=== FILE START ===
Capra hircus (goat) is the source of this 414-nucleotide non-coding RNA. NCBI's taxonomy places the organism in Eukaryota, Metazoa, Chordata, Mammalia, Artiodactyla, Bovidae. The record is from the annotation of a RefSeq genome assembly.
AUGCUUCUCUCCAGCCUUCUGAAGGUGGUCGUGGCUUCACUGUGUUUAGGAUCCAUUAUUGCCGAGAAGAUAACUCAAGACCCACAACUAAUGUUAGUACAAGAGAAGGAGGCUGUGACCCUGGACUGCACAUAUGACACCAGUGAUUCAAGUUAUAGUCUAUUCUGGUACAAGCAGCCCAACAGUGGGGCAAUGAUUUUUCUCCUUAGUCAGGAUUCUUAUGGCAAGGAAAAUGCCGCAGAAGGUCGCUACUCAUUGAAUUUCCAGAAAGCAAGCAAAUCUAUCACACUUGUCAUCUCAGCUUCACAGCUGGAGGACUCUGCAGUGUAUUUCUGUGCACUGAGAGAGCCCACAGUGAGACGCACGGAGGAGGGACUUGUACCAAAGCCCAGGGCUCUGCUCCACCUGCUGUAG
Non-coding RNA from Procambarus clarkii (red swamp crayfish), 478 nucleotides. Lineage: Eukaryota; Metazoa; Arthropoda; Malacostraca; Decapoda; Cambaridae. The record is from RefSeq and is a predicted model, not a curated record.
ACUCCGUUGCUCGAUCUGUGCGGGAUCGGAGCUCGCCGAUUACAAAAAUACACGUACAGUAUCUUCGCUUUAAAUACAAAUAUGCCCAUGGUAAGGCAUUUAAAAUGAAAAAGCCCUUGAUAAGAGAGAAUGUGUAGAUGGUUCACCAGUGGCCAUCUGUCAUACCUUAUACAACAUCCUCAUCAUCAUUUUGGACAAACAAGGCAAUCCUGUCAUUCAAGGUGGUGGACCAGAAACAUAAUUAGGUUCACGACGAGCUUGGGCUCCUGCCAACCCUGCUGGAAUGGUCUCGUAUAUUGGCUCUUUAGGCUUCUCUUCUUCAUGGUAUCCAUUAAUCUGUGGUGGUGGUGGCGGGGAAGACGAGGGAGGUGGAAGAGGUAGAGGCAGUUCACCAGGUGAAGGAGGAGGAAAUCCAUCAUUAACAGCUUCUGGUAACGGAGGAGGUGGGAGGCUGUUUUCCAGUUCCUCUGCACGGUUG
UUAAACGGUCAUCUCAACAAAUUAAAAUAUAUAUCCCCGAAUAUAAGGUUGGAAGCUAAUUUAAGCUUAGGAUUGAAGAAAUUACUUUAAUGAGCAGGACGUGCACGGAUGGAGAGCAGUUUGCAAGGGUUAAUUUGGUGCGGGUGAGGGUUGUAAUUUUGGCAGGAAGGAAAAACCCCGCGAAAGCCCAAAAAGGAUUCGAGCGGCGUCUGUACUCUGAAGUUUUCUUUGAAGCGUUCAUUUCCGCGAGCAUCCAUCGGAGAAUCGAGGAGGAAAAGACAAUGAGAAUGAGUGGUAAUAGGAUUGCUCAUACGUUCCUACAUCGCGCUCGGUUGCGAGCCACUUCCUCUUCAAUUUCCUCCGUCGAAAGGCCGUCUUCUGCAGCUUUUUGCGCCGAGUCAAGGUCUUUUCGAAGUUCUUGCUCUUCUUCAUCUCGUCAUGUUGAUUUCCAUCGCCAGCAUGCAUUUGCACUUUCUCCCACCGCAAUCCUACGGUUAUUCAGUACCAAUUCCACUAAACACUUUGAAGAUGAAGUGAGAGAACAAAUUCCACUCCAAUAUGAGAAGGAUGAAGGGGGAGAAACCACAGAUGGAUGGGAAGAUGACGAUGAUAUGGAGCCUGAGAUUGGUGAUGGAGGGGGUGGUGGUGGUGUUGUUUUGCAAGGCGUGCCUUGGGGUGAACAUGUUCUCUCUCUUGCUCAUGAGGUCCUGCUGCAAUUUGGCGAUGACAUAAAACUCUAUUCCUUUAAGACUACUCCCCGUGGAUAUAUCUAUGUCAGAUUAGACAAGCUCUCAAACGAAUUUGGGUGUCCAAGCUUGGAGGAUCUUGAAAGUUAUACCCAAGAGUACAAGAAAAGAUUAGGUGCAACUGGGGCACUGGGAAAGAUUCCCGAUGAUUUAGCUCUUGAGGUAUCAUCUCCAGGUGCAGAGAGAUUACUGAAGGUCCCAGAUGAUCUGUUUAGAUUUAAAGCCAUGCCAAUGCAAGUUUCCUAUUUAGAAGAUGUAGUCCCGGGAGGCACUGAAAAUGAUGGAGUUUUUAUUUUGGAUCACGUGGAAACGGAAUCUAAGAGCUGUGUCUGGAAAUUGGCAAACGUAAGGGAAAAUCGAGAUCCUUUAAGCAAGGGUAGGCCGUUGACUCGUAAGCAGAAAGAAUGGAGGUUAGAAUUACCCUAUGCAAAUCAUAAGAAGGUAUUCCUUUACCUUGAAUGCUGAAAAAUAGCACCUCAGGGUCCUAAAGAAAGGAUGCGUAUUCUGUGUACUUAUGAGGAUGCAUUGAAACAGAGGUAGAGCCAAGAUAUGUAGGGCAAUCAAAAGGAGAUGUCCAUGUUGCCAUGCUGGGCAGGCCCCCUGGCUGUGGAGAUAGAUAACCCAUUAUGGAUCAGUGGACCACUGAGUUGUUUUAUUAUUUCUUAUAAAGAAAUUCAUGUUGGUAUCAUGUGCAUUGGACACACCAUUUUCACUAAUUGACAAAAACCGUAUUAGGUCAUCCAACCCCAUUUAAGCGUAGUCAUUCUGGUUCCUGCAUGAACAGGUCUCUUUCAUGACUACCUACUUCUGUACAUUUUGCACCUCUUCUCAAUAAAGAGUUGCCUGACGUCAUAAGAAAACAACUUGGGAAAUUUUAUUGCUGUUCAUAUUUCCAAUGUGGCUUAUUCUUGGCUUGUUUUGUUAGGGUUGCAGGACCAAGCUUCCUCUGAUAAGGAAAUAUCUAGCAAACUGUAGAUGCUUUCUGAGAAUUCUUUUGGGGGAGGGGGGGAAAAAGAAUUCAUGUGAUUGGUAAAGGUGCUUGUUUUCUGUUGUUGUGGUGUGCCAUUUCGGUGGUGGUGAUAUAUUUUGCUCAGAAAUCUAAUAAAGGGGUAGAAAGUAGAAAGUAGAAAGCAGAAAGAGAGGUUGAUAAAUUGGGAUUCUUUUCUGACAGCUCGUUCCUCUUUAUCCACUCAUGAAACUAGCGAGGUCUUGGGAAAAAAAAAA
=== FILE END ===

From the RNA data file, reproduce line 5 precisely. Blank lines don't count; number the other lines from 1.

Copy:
UUAAACGGUCAUCUCAACAAAUUAAAAUAUAUAUCCCCGAAUAUAAGGUUGGAAGCUAAUUUAAGCUUAGGAUUGAAGAAAUUACUUUAAUGAGCAGGACGUGCACGGAUGGAGAGCAGUUUGCAAGGGUUAAUUUGGUGCGGGUGAGGGUUGUAAUUUUGGCAGGAAGGAAAAACCCCGCGAAAGCCCAAAAAGGAUUCGAGCGGCGUCUGUACUCUGAAGUUUUCUUUGAAGCGUUCAUUUCCGCGAGCAUCCAUCGGAGAAUCGAGGAGGAAAAGACAAUGAGAAUGAGUGGUAAUAGGAUUGCUCAUACGUUCCUACAUCGCGCUCGGUUGCGAGCCACUUCCUCUUCAAUUUCCUCCGUCGAAAGGCCGUCUUCUGCAGCUUUUUGCGCCGAGUCAAGGUCUUUUCGAAGUUCUUGCUCUUCUUCAUCUCGUCAUGUUGAUUUCCAUCGCCAGCAUGCAUUUGCACUUUCUCCCACCGCAAUCCUACGGUUAUUCAGUACCAAUUCCACUAAACACUUUGAAGAUGAAGUGAGAGAACAAAUUCCACUCCAAUAUGAGAAGGAUGAAGGGGGAGAAACCACAGAUGGAUGGGAAGAUGACGAUGAUAUGGAGCCUGAGAUUGGUGAUGGAGGGGGUGGUGGUGGUGUUGUUUUGCAAGGCGUGCCUUGGGGUGAACAUGUUCUCUCUCUUGCUCAUGAGGUCCUGCUGCAAUUUGGCGAUGACAUAAAACUCUAUUCCUUUAAGACUACUCCCCGUGGAUAUAUCUAUGUCAGAUUAGACAAGCUCUCAAACGAAUUUGGGUGUCCAAGCUUGGAGGAUCUUGAAAGUUAUACCCAAGAGUACAAGAAAAGAUUAGGUGCAACUGGGGCACUGGGAAAGAUUCCCGAUGAUUUAGCUCUUGAGGUAUCAUCUCCAGGUGCAGAGAGAUUACUGAAGGUCCCAGAUGAUCUGUUUAGAUUUAAAGCCAUGCCAAUGCAAGUUUCCUAUUUAGAAGAUGUAGUCCCGGGAGGCACUGAAAAUGAUGGAGUUUUUAUUUUGGAUCACGUGGAAACGGAAUCUAAGAGCUGUGUCUGGAAAUUGGCAAACGUAAGGGAAAAUCGAGAUCCUUUAAGCAAGGGUAGGCCGUUGACUCGUAAGCAGAAAGAAUGGAGGUUAGAAUUACCCUAUGCAAAUCAUAAGAAGGUAUUCCUUUACCUUGAAUGCUGAAAAAUAGCACCUCAGGGUCCUAAAGAAAGGAUGCGUAUUCUGUGUACUUAUGAGGAUGCAUUGAAACAGAGGUAGAGCCAAGAUAUGUAGGGCAAUCAAAAGGAGAUGUCCAUGUUGCCAUGCUGGGCAGGCCCCCUGGCUGUGGAGAUAGAUAACCCAUUAUGGAUCAGUGGACCACUGAGUUGUUUUAUUAUUUCUUAUAAAGAAAUUCAUGUUGGUAUCAUGUGCAUUGGACACACCAUUUUCACUAAUUGACAAAAACCGUAUUAGGUCAUCCAACCCCAUUUAAGCGUAGUCAUUCUGGUUCCUGCAUGAACAGGUCUCUUUCAUGACUACCUACUUCUGUACAUUUUGCACCUCUUCUCAAUAAAGAGUUGCCUGACGUCAUAAGAAAACAACUUGGGAAAUUUUAUUGCUGUUCAUAUUUCCAAUGUGGCUUAUUCUUGGCUUGUUUUGUUAGGGUUGCAGGACCAAGCUUCCUCUGAUAAGGAAAUAUCUAGCAAACUGUAGAUGCUUUCUGAGAAUUCUUUUGGGGGAGGGGGGGAAAAAGAAUUCAUGUGAUUGGUAAAGGUGCUUGUUUUCUGUUGUUGUGGUGUGCCAUUUCGGUGGUGGUGAUAUAUUUUGCUCAGAAAUCUAAUAAAGGGGUAGAAAGUAGAAAGUAGAAAGCAGAAAGAGAGGUUGAUAAAUUGGGAUUCUUUUCUGACAGCUCGUUCCUCUUUAUCCACUCAUGAAACUAGCGAGGUCUUGGGAAAAAAAAAA